When tourists head to New York City, odds are good the trip will involve taking a bus to the theater. One company has combined the two to create a theatre experience on wheels.
The Ride takes its riders through a tour of Manhattan with stops to see staged performances. With the sight-seeing buses’ sideways coliseum seating and floor-to-ceiling glass, Manhattan becomes the stage.
“The beautiful thing is if you’re driving past the Chrysler Building, which is part of the show, you can look up and you have a view,” said Richard Humphrey, co-CEO/CCO of The Ride, LLC.
Humphrey has a background in entertainment, with a long resume that includes performing, directing and producing. He was recruited to The Ride to revamp the show.
“We’re basically doing a Broadway show with 49 seats. It’s challenging, because I have technicians. I have drivers. I have customer care. I have office support, and two hosts that seven performers for every show,” Humphrey said.
Buses modified for shows
The motorcoaches were built on a Prevost chassis, then modified by LDV Specialty Vehicles in Burlington, Wisconsin, which raised the roofs and added the glass walls.
“We’re the largest vehicle allowed on the streets in New York City,” he said. “We’re like over 43 feet long and just short of 14 feet tall. So we can’t go through the tunnels or anything and have to go across the bridges and all of that. It’s just a lot of challenges, but we’ve labored through them with trial and error,” he said.
Single ticket prices range from $69-79 but many attendees, especially international tourists, pick them up as part of a sightseeing pass. For the 75-minute theater show to work economically, tickets need to average $40-plus.
“We’re challenged in a way that typical bus companies aren’t because we’re a show,” Humphrey said. “We were Drama Desk-nominated for most unique theatrical, so we’re considered part of the Broadway community though you’re sitting in a traveling theater.”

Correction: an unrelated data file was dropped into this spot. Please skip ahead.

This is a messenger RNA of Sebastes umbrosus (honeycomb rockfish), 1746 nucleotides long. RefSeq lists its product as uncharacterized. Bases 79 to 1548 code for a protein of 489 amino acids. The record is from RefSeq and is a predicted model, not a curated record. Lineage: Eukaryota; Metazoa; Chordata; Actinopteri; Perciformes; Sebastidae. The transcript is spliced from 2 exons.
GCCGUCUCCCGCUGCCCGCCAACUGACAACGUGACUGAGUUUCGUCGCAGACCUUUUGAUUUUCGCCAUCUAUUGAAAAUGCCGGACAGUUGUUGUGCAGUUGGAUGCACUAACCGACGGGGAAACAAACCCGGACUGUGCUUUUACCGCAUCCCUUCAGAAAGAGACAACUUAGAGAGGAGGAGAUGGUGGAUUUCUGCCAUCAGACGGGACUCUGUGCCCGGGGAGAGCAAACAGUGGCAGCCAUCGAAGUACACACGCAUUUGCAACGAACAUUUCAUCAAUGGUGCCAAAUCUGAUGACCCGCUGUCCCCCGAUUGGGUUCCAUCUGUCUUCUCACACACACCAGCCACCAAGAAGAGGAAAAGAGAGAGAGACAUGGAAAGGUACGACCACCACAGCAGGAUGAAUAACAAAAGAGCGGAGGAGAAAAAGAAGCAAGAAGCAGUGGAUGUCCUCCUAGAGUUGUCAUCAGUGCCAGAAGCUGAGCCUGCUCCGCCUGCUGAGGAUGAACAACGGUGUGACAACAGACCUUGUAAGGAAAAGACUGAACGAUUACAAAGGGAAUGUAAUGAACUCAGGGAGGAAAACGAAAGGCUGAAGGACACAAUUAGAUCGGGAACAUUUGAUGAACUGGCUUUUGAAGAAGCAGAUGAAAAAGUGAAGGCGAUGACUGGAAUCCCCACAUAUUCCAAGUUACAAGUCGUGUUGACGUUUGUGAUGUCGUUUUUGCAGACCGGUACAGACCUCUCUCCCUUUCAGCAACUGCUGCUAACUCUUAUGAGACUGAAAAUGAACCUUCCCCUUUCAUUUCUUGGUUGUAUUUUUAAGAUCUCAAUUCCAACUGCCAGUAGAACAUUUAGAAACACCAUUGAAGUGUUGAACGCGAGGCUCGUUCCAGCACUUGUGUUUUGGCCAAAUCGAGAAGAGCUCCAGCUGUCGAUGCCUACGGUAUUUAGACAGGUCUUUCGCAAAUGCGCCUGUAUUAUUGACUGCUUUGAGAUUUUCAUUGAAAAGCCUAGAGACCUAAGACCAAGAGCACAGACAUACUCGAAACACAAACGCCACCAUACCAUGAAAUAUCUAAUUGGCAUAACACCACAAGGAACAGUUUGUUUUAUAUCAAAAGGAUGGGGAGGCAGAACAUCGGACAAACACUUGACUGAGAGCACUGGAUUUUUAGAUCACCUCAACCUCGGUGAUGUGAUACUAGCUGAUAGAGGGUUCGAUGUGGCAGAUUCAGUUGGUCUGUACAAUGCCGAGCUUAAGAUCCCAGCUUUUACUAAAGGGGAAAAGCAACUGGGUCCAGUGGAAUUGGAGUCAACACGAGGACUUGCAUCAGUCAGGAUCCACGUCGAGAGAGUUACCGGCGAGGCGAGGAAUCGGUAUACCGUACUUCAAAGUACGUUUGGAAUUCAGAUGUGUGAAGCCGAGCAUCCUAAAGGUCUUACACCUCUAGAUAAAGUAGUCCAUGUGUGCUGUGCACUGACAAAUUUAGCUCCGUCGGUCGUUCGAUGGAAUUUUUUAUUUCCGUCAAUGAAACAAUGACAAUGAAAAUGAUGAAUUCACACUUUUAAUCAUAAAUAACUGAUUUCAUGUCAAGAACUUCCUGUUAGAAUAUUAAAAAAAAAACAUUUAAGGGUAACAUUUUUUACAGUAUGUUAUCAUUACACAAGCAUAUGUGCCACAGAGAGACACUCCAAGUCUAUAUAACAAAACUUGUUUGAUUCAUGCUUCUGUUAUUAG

Since its launch in 2011, The Ride has enjoyed favorable local and international media coverage.
“Fortunately, when we opened we were sort of a sweetheart for the city because we did get people around and we showcased the city. We were a press magnet, appearing on the Today show and Good Morning America,” Humphrey said.
He says the business has a good relationship with NYC & Co., the Big Apple’s tourism branch and its Department of Transportation, which provided a variety of stops for the bus where the audience watches scenes involving performers, from ballet dancers to rappers.
With the city planning to add congestion pricing for most vehicles entering Manhattan’s Central Business District, he’s not sure how those extra costs will impact the business model. The company’s fleet of high-end coaches are parked in Brooklyn in Red Hook so they can come to Manhattan over the Manhattan Bridge, which doesn’t have tolls. Initially, the buses were kept in New Jersey and had to pay to cross the George Washington Bridge.
Working with the city
“Tourism is a multi-billion-dollar business for the city. They’re going to have to work with local small business owners, because we can’t not have tourism. We’re just slowly recovering from COVID, for heaven’s sakes,” he said.
As the city has tried to encourage pedestrian and bike traffic in recent years, some areas like Time Square have been restricted to pedestrian traffic and bike lanes have been added to more roads. There are also dedicated lanes of 14th Street for bus traffic, not just city buses.
“It’s a give-and-take, and very fluid. We work really hard to stay on top of it and continue to work with our partners, so I’m very optimistic they’ll work with us,” Humphrey said.
Recruiting talent can be challenging, especially when it comes to drivers, because they must drive students and cross state lines to pick up corporate groups.
“Regular regulations and the licensing requirements on our drivers are more challenging,” Humphrey said. “They have to be more experienced. They need frequently to be willing to go back to school to get more advanced certifications.”
Latest production relies more on tech
The company expanded to offer another theater experience on wheels. The Ride, also written and directed by Humphrey, launched in 2015.
This version depends less on actors and more on technology. The 90-minute route introduces passengers to New York’s most iconic neighborhoods and landmarks, including Times Square, Central Park, Fifth Avenue, Rockefeller Center and Radio City Music Hall.
It tells the story of the past, present and future of New York City through an immersive multimedia sightseeing adventure using 40 interactive video screens. In this version, the streets are also the stage, as the adventure unfolds much like a gigantic IMAX film.
Humphrey said the company is looking to take its unique bus experience to more cities.